# what volume of hydrogen will be produced if 100cm3 of ammonia is completely decomposed at constant temperature and pressure.

## p V = n R T

p/RT = n/V = constant here

n of H2/V of H2 = n of NH3/V of NH3

V of H2 = (n of H2/ n of NH3)100 cm^3

for every 2 mols of NH3 you get 3 mols of H2

so

n of H2/n of NH3 = 1.5

so

V = 1.5 * 100 = 150 cm^3

## 2NH3 ==> N2 + 3H2

When working with gases one can use volume directly as mols and not go through the conversion step of mols = L/22.4.

100 cc NH3 x (3 mols H2/2 mols NH3) = 100 x 3/2 = ? cc H2

## Law

## Good

## Wow am flabbergasted

## pretty good

## To determine the volume of hydrogen produced when ammonia is completely decomposed, we first need to balance the equation for the decomposition reaction of ammonia:

2NH₃ → 3H₂

The balanced equation shows that 2 moles of ammonia (NH₃) decompose to produce 3 moles of hydrogen gas (H₂).

To find the volume of hydrogen gas produced, we need to know the number of moles of ammonia. Since we are given the volume (100 cm³) of ammonia, we'll use the ideal gas law to convert it to moles. The ideal gas law equation is:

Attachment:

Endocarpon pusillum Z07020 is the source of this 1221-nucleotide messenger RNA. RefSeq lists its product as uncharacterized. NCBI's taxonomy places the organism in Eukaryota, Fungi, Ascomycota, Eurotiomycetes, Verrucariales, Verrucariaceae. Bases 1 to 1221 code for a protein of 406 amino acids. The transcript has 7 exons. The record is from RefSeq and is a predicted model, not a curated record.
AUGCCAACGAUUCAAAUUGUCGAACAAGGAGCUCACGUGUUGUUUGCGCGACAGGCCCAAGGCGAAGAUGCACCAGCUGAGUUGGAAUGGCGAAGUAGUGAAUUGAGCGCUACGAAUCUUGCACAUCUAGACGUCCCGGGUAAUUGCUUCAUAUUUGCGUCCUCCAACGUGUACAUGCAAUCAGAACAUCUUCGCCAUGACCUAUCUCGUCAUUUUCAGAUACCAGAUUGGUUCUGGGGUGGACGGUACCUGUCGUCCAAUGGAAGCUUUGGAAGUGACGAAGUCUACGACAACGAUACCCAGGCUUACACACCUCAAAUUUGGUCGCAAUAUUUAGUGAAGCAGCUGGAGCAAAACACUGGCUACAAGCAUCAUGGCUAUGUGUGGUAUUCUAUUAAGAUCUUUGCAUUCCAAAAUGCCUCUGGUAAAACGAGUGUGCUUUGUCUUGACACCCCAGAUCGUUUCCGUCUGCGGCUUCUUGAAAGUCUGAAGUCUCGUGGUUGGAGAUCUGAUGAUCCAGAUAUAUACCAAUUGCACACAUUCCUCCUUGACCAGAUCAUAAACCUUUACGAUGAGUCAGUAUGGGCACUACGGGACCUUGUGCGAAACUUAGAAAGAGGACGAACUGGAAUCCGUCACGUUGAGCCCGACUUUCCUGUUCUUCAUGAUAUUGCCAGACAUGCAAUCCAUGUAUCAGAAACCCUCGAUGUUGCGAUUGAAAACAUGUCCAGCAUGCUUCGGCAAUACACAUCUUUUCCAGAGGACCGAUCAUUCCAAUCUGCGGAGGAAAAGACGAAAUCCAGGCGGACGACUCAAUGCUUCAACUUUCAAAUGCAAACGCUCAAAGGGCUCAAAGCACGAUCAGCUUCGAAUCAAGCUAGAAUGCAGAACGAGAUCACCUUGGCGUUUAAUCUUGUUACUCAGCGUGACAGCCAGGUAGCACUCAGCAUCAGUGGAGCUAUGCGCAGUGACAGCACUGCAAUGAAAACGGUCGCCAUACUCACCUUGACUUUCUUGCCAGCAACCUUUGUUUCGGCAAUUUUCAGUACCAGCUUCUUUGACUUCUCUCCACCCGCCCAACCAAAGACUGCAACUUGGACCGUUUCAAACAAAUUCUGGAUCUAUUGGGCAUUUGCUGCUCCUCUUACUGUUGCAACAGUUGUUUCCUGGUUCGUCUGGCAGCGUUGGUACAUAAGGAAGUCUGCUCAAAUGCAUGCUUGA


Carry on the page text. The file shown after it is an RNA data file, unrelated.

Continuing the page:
PV = nRT

Where:

P is the pressure of the gas

V is the volume of the gas

n is the number of moles of the gas

R is the ideal gas constant

T is the temperature of the gas

In this case, we have the volume (V) of ammonia and need to find the number of moles (n) of ammonia. Given that the temperature and pressure are constant, we can rearrange the ideal gas law equation to solve for n:

n = PV / RT

Now, substitute the given values into the equation:

P = constant pressure (we'll assume 1 atm)

V = 100 cm³ (convert to liters by dividing by 1000: V = 0.1 L)

R = ideal gas constant (0.0821 L·atm/(K·mol))

T = constant temperature (in Kelvin)

After substituting all the values, you'll have the number of moles (n) of ammonia.

Next, since the balanced equation tells us that 2 moles of ammonia decompose to produce 3 moles of hydrogen gas, we can use the mole ratio to calculate the number of moles of hydrogen gas.

Finally, to find the volume of hydrogen gas produced, you can use the ideal gas law again, this time with the known number of moles of hydrogen gas. Assume the same pressure and temperature for the reaction, and rearrange the ideal gas law equation to solve for volume (V):

V = nRT / P

Substitute the calculated number of moles of hydrogen gas (from the mole ratio) and the given values of P and T into the equation to find the volume of hydrogen gas produced.